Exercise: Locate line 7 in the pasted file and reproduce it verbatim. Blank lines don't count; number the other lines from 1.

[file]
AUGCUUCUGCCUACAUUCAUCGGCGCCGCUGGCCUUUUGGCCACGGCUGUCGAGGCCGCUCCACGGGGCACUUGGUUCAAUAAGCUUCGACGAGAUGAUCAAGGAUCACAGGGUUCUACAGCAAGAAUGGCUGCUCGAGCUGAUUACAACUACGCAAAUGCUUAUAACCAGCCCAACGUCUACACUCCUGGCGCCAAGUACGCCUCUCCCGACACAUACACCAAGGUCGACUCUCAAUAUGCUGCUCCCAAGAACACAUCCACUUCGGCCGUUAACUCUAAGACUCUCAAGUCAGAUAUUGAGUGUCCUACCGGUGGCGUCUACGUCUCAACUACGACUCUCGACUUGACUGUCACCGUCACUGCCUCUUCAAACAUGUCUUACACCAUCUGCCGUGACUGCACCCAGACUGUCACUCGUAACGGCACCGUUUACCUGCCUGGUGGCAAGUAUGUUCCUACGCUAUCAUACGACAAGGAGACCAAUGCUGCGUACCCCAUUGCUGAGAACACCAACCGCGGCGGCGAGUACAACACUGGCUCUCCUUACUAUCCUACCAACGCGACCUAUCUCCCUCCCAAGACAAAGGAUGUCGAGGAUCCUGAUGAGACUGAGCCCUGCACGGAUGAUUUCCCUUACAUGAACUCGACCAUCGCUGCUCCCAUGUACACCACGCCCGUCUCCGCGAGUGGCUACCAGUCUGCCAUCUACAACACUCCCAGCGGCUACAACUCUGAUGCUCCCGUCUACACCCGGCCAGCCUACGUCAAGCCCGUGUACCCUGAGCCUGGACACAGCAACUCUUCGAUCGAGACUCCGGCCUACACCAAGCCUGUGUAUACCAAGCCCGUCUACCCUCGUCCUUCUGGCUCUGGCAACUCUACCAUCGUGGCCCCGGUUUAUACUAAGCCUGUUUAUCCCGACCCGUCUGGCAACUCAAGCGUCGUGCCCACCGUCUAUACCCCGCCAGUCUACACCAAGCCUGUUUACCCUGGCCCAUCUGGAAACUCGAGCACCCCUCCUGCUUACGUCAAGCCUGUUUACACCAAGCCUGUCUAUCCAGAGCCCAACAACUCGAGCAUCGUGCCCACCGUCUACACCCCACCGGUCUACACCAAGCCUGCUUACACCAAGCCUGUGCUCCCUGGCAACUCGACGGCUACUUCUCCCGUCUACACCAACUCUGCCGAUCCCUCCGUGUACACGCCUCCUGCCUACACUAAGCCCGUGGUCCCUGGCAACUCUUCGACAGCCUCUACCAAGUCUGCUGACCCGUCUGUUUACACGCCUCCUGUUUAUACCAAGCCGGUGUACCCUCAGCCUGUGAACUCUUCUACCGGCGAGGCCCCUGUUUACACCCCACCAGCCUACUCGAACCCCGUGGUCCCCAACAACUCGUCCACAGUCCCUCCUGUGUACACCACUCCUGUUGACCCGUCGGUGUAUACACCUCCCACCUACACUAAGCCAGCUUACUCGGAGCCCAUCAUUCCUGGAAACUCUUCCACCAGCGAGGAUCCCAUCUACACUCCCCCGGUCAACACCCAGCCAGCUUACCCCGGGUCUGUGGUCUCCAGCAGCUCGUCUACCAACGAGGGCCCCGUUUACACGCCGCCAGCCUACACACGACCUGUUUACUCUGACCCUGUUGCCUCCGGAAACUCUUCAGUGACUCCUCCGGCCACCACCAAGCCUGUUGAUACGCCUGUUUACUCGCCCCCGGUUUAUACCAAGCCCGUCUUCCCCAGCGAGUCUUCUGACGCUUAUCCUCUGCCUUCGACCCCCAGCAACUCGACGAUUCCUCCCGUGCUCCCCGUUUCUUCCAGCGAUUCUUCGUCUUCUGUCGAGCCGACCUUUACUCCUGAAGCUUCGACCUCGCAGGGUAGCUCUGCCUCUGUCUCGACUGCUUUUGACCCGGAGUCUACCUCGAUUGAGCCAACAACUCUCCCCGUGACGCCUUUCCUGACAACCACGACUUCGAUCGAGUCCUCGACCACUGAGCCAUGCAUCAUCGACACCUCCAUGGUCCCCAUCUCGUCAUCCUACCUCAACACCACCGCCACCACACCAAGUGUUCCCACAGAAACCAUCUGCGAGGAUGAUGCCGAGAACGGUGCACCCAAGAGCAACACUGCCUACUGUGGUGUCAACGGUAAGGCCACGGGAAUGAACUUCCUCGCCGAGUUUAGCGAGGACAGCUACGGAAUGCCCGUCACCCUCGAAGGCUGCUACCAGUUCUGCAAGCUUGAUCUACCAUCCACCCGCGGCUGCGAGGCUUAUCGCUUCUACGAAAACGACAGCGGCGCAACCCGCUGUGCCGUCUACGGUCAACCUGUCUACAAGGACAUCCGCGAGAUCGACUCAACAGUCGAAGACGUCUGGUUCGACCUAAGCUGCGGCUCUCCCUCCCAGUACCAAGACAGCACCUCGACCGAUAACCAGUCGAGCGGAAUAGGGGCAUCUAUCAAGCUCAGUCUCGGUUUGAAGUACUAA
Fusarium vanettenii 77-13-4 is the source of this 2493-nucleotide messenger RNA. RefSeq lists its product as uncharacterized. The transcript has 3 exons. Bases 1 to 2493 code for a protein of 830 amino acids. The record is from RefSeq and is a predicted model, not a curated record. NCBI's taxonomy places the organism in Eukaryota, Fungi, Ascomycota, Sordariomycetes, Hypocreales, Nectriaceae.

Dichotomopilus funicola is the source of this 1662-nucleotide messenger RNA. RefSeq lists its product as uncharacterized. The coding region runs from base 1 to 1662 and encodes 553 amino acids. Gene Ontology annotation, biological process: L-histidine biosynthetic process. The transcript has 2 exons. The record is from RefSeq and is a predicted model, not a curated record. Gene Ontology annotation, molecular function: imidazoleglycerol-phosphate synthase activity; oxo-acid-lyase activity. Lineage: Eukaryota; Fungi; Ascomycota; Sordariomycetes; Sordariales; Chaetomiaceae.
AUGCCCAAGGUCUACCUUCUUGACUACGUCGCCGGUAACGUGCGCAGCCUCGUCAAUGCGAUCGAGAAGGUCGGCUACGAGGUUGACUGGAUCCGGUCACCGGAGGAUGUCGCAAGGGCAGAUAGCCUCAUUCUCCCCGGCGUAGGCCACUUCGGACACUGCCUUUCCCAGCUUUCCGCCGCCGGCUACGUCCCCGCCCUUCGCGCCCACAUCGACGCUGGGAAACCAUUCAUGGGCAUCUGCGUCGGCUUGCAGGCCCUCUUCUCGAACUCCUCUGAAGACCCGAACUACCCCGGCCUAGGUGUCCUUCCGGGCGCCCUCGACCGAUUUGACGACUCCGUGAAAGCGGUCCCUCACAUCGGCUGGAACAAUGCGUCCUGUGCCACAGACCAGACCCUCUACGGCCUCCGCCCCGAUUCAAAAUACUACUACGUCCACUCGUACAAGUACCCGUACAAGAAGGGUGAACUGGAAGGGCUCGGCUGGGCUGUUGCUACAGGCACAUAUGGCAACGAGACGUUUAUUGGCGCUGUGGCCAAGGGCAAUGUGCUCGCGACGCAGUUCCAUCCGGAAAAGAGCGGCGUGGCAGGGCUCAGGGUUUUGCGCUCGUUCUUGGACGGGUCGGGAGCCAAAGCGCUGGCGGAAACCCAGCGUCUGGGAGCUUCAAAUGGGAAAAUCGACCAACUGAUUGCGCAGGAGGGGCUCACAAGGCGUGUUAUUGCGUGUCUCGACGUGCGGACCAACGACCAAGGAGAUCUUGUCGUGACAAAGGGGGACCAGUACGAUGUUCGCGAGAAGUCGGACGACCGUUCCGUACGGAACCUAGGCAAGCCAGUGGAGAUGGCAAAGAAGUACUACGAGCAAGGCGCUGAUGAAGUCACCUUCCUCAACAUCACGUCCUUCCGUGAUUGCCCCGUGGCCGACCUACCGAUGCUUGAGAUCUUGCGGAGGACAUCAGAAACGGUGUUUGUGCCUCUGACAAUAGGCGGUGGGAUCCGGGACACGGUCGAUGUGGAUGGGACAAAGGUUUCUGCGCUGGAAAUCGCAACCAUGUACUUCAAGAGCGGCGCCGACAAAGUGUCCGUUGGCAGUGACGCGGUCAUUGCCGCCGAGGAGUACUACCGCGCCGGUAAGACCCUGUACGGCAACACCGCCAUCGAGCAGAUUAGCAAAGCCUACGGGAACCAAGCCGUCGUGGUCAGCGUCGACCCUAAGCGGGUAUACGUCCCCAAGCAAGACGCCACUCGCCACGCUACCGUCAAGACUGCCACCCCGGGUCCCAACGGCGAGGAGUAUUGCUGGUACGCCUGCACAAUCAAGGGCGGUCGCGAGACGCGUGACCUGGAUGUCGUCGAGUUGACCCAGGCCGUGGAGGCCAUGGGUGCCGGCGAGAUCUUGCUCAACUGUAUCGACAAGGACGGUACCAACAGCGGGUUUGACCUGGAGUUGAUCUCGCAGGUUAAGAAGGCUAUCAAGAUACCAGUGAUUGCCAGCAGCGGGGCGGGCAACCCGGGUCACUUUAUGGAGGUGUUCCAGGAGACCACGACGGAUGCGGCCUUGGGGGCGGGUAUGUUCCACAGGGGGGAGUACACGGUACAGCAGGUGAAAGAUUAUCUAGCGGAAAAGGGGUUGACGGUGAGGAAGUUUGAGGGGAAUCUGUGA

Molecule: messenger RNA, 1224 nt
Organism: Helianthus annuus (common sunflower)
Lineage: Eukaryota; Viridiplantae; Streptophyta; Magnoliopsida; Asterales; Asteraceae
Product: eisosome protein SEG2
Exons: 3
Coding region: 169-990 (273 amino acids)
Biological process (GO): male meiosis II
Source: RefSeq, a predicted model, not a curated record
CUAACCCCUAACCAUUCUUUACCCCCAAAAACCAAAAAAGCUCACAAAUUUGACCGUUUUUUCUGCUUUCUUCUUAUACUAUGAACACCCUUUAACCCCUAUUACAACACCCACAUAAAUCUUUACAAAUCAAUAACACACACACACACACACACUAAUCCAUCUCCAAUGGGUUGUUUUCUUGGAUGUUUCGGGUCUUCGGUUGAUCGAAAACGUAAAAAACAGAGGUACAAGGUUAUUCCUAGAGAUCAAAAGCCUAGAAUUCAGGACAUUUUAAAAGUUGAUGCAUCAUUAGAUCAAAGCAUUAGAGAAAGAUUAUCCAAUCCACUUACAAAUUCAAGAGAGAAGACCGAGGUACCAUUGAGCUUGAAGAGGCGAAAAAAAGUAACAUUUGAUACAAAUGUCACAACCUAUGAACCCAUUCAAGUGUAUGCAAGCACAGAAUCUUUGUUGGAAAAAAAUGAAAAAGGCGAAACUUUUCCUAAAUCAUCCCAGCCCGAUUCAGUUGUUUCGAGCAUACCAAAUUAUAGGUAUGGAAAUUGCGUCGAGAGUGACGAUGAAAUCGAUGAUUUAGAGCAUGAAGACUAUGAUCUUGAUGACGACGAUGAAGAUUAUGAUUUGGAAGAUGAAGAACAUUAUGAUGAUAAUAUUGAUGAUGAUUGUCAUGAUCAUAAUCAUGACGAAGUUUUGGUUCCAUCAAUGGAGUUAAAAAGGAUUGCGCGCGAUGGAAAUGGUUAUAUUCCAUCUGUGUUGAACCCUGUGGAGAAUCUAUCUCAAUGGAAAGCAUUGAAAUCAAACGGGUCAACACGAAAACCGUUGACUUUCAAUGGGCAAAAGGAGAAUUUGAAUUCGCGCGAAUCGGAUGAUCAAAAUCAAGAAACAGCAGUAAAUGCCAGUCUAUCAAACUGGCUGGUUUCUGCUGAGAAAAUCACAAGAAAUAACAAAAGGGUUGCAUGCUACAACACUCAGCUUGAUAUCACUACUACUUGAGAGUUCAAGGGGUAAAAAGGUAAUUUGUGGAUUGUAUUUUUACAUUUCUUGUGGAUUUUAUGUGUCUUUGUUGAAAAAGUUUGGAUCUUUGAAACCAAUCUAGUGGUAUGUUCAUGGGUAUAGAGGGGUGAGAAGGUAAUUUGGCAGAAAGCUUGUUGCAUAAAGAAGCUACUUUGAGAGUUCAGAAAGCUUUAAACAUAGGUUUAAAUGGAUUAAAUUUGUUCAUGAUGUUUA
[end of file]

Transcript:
Lineage: Eukaryota; Viridiplantae; Streptophyta; Magnoliopsida; Asterales; Asteraceae